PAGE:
With nonfiction, I tend to pay closer attention to real-world details and give the work a slightly more figurative approach. With fiction, I feel I can take the whimsy and wonkiness up a notch if it fits. In two examples of my previous books, The True Story of Zippy Chippy, and The Superlative A. Lincoln, I put more effort into capturing the likeness and presence of the characters as well as the props and surroundings. I really enjoy the challenge of nonfiction work but it’s a balancing act because I don’t want to stray too far from my visual voice, yet I need to make sure it reflects the tone of the writing. I think the publishers do a good job of matching me up with books that fit my sensibilities.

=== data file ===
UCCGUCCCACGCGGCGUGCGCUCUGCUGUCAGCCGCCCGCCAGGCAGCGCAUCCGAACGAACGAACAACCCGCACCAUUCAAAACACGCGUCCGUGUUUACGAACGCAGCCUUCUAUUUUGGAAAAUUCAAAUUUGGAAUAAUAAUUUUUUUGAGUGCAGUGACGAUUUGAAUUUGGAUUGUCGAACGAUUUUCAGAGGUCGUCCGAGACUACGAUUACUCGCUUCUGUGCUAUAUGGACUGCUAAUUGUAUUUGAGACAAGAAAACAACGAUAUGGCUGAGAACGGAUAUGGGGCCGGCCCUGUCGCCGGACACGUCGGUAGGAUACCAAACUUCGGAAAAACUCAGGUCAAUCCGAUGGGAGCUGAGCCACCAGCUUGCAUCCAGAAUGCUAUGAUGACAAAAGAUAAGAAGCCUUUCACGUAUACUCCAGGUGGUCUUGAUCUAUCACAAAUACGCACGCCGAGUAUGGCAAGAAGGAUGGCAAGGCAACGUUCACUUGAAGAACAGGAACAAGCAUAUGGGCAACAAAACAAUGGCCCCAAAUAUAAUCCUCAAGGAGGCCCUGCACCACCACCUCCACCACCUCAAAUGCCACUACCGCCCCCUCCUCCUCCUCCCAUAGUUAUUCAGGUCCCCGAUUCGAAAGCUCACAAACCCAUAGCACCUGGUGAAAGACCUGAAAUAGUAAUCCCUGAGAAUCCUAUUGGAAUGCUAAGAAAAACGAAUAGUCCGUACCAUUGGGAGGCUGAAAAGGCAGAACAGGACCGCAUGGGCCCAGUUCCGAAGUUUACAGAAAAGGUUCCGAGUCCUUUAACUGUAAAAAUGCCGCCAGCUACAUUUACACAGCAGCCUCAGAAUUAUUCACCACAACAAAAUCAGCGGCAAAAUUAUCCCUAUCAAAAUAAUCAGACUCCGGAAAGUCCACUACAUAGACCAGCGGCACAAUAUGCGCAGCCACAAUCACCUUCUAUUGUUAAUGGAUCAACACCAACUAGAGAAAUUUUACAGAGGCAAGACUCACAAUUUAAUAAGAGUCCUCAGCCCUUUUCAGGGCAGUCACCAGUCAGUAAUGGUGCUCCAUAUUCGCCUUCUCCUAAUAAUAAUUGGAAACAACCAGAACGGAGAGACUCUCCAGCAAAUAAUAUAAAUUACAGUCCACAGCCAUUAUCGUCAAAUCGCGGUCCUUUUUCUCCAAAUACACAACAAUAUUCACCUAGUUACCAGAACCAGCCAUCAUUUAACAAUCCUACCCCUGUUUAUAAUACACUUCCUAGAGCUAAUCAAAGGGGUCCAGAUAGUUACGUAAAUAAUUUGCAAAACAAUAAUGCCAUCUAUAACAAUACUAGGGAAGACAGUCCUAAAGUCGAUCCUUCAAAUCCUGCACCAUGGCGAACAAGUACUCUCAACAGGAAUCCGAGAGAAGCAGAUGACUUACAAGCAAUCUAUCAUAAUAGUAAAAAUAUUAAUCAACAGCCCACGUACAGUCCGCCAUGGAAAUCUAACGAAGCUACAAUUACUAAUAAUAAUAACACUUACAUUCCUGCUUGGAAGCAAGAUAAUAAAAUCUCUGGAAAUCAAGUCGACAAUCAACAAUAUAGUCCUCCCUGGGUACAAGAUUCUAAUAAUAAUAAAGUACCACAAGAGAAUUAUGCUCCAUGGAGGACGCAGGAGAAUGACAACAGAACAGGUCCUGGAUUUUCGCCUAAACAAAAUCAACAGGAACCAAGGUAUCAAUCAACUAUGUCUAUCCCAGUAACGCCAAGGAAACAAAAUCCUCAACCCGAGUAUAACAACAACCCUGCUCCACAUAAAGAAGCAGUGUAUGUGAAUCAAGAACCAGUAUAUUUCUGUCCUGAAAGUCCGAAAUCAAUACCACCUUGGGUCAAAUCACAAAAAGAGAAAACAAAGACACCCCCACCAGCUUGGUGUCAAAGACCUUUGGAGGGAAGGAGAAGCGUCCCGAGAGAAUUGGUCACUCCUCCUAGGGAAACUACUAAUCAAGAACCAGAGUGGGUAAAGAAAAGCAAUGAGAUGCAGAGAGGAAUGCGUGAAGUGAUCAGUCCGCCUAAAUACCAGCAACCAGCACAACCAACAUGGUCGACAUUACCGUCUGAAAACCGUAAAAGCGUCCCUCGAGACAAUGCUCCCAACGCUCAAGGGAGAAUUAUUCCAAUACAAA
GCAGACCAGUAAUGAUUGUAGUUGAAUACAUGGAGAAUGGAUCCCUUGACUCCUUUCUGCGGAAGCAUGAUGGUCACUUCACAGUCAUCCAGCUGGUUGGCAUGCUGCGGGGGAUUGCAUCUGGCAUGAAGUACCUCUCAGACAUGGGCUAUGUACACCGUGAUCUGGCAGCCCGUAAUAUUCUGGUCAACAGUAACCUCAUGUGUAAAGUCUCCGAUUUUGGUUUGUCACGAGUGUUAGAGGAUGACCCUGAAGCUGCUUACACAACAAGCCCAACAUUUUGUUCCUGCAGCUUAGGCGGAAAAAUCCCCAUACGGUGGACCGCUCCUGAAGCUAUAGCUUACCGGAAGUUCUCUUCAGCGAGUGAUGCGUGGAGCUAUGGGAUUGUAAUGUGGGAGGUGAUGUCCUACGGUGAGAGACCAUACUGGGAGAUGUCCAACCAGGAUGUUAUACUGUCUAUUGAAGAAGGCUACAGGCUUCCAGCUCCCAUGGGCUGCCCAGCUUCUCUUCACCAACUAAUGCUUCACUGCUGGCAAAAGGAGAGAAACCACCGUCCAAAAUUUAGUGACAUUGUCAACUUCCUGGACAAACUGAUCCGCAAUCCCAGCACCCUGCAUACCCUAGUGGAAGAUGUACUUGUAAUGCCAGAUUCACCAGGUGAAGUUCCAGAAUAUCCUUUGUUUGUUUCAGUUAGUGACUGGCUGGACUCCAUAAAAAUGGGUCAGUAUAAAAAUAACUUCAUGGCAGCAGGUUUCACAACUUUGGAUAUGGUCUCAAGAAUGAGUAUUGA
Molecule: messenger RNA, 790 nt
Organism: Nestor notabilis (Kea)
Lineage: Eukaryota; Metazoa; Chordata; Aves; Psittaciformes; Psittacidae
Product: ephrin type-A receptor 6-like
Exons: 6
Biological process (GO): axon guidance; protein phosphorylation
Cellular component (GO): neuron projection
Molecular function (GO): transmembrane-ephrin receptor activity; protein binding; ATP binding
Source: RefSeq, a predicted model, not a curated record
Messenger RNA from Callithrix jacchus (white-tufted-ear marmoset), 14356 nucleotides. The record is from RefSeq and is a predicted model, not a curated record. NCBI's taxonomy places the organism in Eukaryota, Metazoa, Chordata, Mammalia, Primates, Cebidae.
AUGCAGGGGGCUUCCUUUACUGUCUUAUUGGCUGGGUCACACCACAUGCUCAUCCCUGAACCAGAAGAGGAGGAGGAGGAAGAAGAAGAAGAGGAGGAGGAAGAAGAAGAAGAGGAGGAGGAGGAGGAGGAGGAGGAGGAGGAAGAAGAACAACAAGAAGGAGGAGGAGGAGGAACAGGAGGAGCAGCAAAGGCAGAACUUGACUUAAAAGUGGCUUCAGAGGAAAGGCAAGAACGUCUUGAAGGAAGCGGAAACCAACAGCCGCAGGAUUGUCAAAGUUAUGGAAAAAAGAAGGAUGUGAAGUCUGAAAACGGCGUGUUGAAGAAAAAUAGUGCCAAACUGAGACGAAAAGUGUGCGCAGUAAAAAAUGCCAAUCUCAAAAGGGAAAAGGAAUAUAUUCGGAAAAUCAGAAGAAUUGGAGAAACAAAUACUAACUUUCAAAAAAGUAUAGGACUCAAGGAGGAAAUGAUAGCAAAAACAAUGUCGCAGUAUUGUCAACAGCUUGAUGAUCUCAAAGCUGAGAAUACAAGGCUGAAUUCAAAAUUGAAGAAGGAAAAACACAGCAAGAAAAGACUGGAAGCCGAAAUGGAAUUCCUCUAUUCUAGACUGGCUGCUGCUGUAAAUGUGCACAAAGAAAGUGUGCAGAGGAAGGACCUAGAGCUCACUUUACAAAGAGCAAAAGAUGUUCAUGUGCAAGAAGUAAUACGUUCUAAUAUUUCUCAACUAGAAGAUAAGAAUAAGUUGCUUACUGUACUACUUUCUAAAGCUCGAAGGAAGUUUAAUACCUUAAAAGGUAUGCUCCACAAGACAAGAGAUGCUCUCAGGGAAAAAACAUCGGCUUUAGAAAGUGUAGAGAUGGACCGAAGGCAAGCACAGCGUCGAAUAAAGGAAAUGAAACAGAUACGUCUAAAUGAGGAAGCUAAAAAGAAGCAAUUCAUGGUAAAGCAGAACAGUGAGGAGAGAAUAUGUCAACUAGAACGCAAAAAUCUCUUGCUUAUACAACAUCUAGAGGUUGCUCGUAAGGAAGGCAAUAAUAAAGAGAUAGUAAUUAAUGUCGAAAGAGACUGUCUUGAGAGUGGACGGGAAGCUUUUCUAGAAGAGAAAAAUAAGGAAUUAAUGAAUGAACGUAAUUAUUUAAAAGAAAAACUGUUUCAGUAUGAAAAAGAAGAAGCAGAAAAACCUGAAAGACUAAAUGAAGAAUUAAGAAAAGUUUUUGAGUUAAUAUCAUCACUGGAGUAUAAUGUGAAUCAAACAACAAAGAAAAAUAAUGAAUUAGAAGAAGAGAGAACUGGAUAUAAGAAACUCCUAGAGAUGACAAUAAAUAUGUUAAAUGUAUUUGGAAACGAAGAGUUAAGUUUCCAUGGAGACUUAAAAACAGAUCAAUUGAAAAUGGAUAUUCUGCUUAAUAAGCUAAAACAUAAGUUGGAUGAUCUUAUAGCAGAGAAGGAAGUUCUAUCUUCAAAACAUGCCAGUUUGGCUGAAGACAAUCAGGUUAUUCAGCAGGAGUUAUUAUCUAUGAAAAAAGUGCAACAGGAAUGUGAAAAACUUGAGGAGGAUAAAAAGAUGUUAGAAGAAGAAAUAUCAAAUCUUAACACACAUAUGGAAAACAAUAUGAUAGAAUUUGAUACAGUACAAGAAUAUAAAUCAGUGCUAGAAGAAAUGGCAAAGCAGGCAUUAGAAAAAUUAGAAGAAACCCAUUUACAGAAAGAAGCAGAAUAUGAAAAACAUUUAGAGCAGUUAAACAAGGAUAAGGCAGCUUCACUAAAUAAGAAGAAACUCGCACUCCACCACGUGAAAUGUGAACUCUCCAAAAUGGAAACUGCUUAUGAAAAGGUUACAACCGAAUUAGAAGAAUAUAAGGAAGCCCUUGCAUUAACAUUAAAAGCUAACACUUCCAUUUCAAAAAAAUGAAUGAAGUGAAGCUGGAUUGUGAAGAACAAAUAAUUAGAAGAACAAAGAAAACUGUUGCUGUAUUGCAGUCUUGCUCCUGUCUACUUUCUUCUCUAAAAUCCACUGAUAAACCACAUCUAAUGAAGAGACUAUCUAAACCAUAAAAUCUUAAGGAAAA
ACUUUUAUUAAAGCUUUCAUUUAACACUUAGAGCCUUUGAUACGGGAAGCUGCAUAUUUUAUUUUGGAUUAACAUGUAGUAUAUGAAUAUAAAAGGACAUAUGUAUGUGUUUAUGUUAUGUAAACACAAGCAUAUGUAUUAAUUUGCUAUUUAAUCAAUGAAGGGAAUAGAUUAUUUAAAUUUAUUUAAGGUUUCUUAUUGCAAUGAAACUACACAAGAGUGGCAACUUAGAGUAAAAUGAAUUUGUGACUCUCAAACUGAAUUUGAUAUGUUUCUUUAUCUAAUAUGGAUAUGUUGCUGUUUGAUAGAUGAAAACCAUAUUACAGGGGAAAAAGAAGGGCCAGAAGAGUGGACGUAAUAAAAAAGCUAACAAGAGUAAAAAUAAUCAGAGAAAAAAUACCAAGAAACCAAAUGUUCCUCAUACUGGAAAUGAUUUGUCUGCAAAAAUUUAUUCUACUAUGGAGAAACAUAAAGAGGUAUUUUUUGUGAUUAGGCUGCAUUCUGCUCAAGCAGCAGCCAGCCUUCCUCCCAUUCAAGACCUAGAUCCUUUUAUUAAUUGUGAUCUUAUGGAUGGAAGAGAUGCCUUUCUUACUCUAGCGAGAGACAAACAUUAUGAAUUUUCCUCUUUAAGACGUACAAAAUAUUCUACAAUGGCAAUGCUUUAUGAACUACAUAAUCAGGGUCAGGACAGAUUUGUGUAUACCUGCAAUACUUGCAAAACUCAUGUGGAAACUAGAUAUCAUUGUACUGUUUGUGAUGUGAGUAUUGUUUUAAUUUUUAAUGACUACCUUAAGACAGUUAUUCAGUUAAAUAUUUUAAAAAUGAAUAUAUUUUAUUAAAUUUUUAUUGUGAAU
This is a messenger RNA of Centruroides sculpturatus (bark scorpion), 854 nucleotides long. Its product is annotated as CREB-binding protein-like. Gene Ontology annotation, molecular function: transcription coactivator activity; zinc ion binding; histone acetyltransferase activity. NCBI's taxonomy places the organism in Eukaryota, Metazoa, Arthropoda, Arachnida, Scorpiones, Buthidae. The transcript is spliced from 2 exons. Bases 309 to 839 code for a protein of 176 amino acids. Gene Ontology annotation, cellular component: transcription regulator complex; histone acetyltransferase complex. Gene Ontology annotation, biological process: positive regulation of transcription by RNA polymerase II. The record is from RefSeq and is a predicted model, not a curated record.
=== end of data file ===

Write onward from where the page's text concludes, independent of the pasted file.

I certainly can’t wait to see the results of this match.  

I’ve heard that your illustrations are inspired by photographs that you personally take and/or find during your research. As a teaser for this upcoming work, could you leave us with an image that you’re finding inspiration in?


A huge thank you to Dave Szalay for sharing his insights on the world of children’s literature and providing an insider look on his process.

To learn more about Dave Szalay and his work, visit his website or follow him on Twitter.